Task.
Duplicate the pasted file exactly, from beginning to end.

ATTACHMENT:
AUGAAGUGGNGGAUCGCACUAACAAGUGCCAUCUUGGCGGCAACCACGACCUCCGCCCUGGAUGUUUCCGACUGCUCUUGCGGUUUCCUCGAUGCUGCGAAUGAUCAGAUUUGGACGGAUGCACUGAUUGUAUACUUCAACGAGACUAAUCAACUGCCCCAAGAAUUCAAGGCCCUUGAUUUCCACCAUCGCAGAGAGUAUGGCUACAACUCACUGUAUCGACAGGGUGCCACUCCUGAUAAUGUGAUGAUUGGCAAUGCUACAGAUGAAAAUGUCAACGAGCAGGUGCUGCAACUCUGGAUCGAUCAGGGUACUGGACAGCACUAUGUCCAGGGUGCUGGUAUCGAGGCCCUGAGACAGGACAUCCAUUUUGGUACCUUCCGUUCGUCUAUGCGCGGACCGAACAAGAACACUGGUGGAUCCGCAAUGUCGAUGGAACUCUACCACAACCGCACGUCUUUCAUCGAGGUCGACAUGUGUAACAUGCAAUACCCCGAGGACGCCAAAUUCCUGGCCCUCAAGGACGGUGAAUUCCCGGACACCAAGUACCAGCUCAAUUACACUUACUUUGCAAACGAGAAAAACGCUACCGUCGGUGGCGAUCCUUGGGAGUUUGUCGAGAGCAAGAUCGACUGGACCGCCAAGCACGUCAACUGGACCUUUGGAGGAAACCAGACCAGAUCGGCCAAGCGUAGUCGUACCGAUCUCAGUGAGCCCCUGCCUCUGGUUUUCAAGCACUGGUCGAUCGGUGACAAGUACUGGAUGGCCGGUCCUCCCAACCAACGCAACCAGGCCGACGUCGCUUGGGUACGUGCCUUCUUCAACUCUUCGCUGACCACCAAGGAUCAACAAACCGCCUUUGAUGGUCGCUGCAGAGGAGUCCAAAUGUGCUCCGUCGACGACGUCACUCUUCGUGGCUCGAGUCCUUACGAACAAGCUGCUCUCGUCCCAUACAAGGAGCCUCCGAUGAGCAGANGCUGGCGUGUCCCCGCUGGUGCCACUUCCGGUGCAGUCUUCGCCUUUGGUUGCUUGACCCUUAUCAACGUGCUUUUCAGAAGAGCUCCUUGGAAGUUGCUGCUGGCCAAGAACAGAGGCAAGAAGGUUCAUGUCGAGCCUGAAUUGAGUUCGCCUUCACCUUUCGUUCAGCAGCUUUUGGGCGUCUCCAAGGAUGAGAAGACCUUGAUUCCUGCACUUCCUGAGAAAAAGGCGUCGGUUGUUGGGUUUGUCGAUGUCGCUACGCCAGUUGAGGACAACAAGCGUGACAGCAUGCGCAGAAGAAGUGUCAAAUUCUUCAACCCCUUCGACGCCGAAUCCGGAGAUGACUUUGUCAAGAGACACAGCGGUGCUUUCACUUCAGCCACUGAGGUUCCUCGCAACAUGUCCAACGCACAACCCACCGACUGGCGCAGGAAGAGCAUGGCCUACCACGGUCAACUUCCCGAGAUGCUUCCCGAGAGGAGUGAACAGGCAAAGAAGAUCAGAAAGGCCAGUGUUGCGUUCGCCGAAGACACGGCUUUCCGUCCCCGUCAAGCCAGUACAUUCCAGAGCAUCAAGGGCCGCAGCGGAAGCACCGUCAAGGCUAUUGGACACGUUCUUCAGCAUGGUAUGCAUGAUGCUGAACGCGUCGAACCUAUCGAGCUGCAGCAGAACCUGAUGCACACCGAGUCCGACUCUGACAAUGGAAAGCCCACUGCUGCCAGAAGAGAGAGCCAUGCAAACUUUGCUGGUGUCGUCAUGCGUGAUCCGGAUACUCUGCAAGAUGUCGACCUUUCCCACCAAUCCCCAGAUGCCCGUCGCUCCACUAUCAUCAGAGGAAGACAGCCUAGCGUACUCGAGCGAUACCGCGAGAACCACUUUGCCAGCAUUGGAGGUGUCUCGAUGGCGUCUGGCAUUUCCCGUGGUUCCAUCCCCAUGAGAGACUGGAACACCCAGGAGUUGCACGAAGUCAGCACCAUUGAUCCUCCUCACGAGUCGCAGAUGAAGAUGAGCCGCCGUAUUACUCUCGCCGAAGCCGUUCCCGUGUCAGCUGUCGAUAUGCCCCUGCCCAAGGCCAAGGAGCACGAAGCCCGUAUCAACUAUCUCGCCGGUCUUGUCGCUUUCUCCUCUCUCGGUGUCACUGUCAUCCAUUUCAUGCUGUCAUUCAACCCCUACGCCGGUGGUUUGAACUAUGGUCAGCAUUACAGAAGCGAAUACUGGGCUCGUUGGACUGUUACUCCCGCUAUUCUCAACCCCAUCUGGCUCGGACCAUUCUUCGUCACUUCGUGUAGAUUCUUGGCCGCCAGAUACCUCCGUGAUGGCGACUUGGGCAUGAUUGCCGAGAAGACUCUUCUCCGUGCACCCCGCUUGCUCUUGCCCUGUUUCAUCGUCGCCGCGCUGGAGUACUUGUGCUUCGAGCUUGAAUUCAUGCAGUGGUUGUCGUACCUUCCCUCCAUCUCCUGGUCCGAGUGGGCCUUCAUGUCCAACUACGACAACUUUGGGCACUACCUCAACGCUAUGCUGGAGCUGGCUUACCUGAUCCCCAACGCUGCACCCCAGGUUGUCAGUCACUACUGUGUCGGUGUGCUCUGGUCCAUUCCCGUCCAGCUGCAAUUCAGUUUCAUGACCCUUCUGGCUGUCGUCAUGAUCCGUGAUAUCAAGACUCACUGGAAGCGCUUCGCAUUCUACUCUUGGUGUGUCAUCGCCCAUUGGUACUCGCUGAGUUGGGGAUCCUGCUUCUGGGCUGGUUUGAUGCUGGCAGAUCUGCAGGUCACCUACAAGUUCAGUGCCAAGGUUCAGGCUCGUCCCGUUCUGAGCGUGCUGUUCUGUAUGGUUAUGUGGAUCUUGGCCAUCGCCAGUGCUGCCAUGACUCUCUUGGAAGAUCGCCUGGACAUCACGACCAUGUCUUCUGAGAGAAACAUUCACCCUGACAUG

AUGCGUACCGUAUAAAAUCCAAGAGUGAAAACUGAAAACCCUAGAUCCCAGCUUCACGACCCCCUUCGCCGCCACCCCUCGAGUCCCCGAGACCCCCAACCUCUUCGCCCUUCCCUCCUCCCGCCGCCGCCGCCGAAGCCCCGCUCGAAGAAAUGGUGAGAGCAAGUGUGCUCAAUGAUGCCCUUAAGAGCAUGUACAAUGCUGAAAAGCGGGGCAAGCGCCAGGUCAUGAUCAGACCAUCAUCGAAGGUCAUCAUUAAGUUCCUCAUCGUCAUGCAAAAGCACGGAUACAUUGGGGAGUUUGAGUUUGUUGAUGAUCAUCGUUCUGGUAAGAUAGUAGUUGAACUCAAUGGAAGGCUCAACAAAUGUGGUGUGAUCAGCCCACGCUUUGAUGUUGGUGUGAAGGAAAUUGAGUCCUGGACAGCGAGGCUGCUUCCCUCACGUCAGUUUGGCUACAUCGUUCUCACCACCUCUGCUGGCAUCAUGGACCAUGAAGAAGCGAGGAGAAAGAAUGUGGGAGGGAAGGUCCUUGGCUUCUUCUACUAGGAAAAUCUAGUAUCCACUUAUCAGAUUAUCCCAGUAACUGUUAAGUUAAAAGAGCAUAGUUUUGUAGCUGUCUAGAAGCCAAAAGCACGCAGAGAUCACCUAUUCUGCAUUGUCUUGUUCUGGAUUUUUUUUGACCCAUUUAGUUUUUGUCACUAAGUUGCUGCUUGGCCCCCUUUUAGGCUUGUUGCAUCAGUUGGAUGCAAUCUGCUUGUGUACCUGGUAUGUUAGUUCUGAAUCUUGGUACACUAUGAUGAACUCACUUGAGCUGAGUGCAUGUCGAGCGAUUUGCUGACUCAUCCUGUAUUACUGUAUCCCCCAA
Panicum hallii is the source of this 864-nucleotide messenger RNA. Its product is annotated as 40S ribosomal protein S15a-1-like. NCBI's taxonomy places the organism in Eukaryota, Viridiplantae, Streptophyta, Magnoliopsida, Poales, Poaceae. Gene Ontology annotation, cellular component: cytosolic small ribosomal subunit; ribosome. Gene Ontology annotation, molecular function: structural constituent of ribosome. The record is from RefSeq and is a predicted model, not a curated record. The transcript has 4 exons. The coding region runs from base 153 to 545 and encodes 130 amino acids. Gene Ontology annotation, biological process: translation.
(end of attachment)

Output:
AUGAAGUGGNGGAUCGCACUAACAAGUGCCAUCUUGGCGGCAACCACGACCUCCGCCCUGGAUGUUUCCGACUGCUCUUGCGGUUUCCUCGAUGCUGCGAAUGAUCAGAUUUGGACGGAUGCACUGAUUGUAUACUUCAACGAGACUAAUCAACUGCCCCAAGAAUUCAAGGCCCUUGAUUUCCACCAUCGCAGAGAGUAUGGCUACAACUCACUGUAUCGACAGGGUGCCACUCCUGAUAAUGUGAUGAUUGGCAAUGCUACAGAUGAAAAUGUCAACGAGCAGGUGCUGCAACUCUGGAUCGAUCAGGGUACUGGACAGCACUAUGUCCAGGGUGCUGGUAUCGAGGCCCUGAGACAGGACAUCCAUUUUGGUACCUUCCGUUCGUCUAUGCGCGGACCGAACAAGAACACUGGUGGAUCCGCAAUGUCGAUGGAACUCUACCACAACCGCACGUCUUUCAUCGAGGUCGACAUGUGUAACAUGCAAUACCCCGAGGACGCCAAAUUCCUGGCCCUCAAGGACGGUGAAUUCCCGGACACCAAGUACCAGCUCAAUUACACUUACUUUGCAAACGAGAAAAACGCUACCGUCGGUGGCGAUCCUUGGGAGUUUGUCGAGAGCAAGAUCGACUGGACCGCCAAGCACGUCAACUGGACCUUUGGAGGAAACCAGACCAGAUCGGCCAAGCGUAGUCGUACCGAUCUCAGUGAGCCCCUGCCUCUGGUUUUCAAGCACUGGUCGAUCGGUGACAAGUACUGGAUGGCCGGUCCUCCCAACCAACGCAACCAGGCCGACGUCGCUUGGGUACGUGCCUUCUUCAACUCUUCGCUGACCACCAAGGAUCAACAAACCGCCUUUGAUGGUCGCUGCAGAGGAGUCCAAAUGUGCUCCGUCGACGACGUCACUCUUCGUGGCUCGAGUCCUUACGAACAAGCUGCUCUCGUCCCAUACAAGGAGCCUCCGAUGAGCAGANGCUGGCGUGUCCCCGCUGGUGCCACUUCCGGUGCAGUCUUCGCCUUUGGUUGCUUGACCCUUAUCAACGUGCUUUUCAGAAGAGCUCCUUGGAAGUUGCUGCUGGCCAAGAACAGAGGCAAGAAGGUUCAUGUCGAGCCUGAAUUGAGUUCGCCUUCACCUUUCGUUCAGCAGCUUUUGGGCGUCUCCAAGGAUGAGAAGACCUUGAUUCCUGCACUUCCUGAGAAAAAGGCGUCGGUUGUUGGGUUUGUCGAUGUCGCUACGCCAGUUGAGGACAACAAGCGUGACAGCAUGCGCAGAAGAAGUGUCAAAUUCUUCAACCCCUUCGACGCCGAAUCCGGAGAUGACUUUGUCAAGAGACACAGCGGUGCUUUCACUUCAGCCACUGAGGUUCCUCGCAACAUGUCCAACGCACAACCCACCGACUGGCGCAGGAAGAGCAUGGCCUACCACGGUCAACUUCCCGAGAUGCUUCCCGAGAGGAGUGAACAGGCAAAGAAGAUCAGAAAGGCCAGUGUUGCGUUCGCCGAAGACACGGCUUUCCGUCCCCGUCAAGCCAGUACAUUCCAGAGCAUCAAGGGCCGCAGCGGAAGCACCGUCAAGGCUAUUGGACACGUUCUUCAGCAUGGUAUGCAUGAUGCUGAACGCGUCGAACCUAUCGAGCUGCAGCAGAACCUGAUGCACACCGAGUCCGACUCUGACAAUGGAAAGCCCACUGCUGCCAGAAGAGAGAGCCAUGCAAACUUUGCUGGUGUCGUCAUGCGUGAUCCGGAUACUCUGCAAGAUGUCGACCUUUCCCACCAAUCCCCAGAUGCCCGUCGCUCCACUAUCAUCAGAGGAAGACAGCCUAGCGUACUCGAGCGAUACCGCGAGAACCACUUUGCCAGCAUUGGAGGUGUCUCGAUGGCGUCUGGCAUUUCCCGUGGUUCCAUCCCCAUGAGAGACUGGAACACCCAGGAGUUGCACGAAGUCAGCACCAUUGAUCCUCCUCACGAGUCGCAGAUGAAGAUGAGCCGCCGUAUUACUCUCGCCGAAGCCGUUCCCGUGUCAGCUGUCGAUAUGCCCCUGCCCAAGGCCAAGGAGCACGAAGCCCGUAUCAACUAUCUCGCCGGUCUUGUCGCUUUCUCCUCUCUCGGUGUCACUGUCAUCCAUUUCAUGCUGUCAUUCAACCCCUACGCCGGUGGUUUGAACUAUGGUCAGCAUUACAGAAGCGAAUACUGGGCUCGUUGGACUGUUACUCCCGCUAUUCUCAACCCCAUCUGGCUCGGACCAUUCUUCGUCACUUCGUGUAGAUUCUUGGCCGCCAGAUACCUCCGUGAUGGCGACUUGGGCAUGAUUGCCGAGAAGACUCUUCUCCGUGCACCCCGCUUGCUCUUGCCCUGUUUCAUCGUCGCCGCGCUGGAGUACUUGUGCUUCGAGCUUGAAUUCAUGCAGUGGUUGUCGUACCUUCCCUCCAUCUCCUGGUCCGAGUGGGCCUUCAUGUCCAACUACGACAACUUUGGGCACUACCUCAACGCUAUGCUGGAGCUGGCUUACCUGAUCCCCAACGCUGCACCCCAGGUUGUCAGUCACUACUGUGUCGGUGUGCUCUGGUCCAUUCCCGUCCAGCUGCAAUUCAGUUUCAUGACCCUUCUGGCUGUCGUCAUGAUCCGUGAUAUCAAGACUCACUGGAAGCGCUUCGCAUUCUACUCUUGGUGUGUCAUCGCCCAUUGGUACUCGCUGAGUUGGGGAUCCUGCUUCUGGGCUGGUUUGAUGCUGGCAGAUCUGCAGGUCACCUACAAGUUCAGUGCCAAGGUUCAGGCUCGUCCCGUUCUGAGCGUGCUGUUCUGUAUGGUUAUGUGGAUCUUGGCCAUCGCCAGUGCUGCCAUGACUCUCUUGGAAGAUCGCCUGGACAUCACGACCAUGUCUUCUGAGAGAAACAUUCACCCUGACAUG

AUGCGUACCGUAUAAAAUCCAAGAGUGAAAACUGAAAACCCUAGAUCCCAGCUUCACGACCCCCUUCGCCGCCACCCCUCGAGUCCCCGAGACCCCCAACCUCUUCGCCCUUCCCUCCUCCCGCCGCCGCCGCCGAAGCCCCGCUCGAAGAAAUGGUGAGAGCAAGUGUGCUCAAUGAUGCCCUUAAGAGCAUGUACAAUGCUGAAAAGCGGGGCAAGCGCCAGGUCAUGAUCAGACCAUCAUCGAAGGUCAUCAUUAAGUUCCUCAUCGUCAUGCAAAAGCACGGAUACAUUGGGGAGUUUGAGUUUGUUGAUGAUCAUCGUUCUGGUAAGAUAGUAGUUGAACUCAAUGGAAGGCUCAACAAAUGUGGUGUGAUCAGCCCACGCUUUGAUGUUGGUGUGAAGGAAAUUGAGUCCUGGACAGCGAGGCUGCUUCCCUCACGUCAGUUUGGCUACAUCGUUCUCACCACCUCUGCUGGCAUCAUGGACCAUGAAGAAGCGAGGAGAAAGAAUGUGGGAGGGAAGGUCCUUGGCUUCUUCUACUAGGAAAAUCUAGUAUCCACUUAUCAGAUUAUCCCAGUAACUGUUAAGUUAAAAGAGCAUAGUUUUGUAGCUGUCUAGAAGCCAAAAGCACGCAGAGAUCACCUAUUCUGCAUUGUCUUGUUCUGGAUUUUUUUUGACCCAUUUAGUUUUUGUCACUAAGUUGCUGCUUGGCCCCCUUUUAGGCUUGUUGCAUCAGUUGGAUGCAAUCUGCUUGUGUACCUGGUAUGUUAGUUCUGAAUCUUGGUACACUAUGAUGAACUCACUUGAGCUGAGUGCAUGUCGAGCGAUUUGCUGACUCAUCCUGUAUUACUGUAUCCCCCAA
Panicum hallii is the source of this 864-nucleotide messenger RNA. Its product is annotated as 40S ribosomal protein S15a-1-like. NCBI's taxonomy places the organism in Eukaryota, Viridiplantae, Streptophyta, Magnoliopsida, Poales, Poaceae. Gene Ontology annotation, cellular component: cytosolic small ribosomal subunit; ribosome. Gene Ontology annotation, molecular function: structural constituent of ribosome. The record is from RefSeq and is a predicted model, not a curated record. The transcript has 4 exons. The coding region runs from base 153 to 545 and encodes 130 amino acids. Gene Ontology annotation, biological process: translation.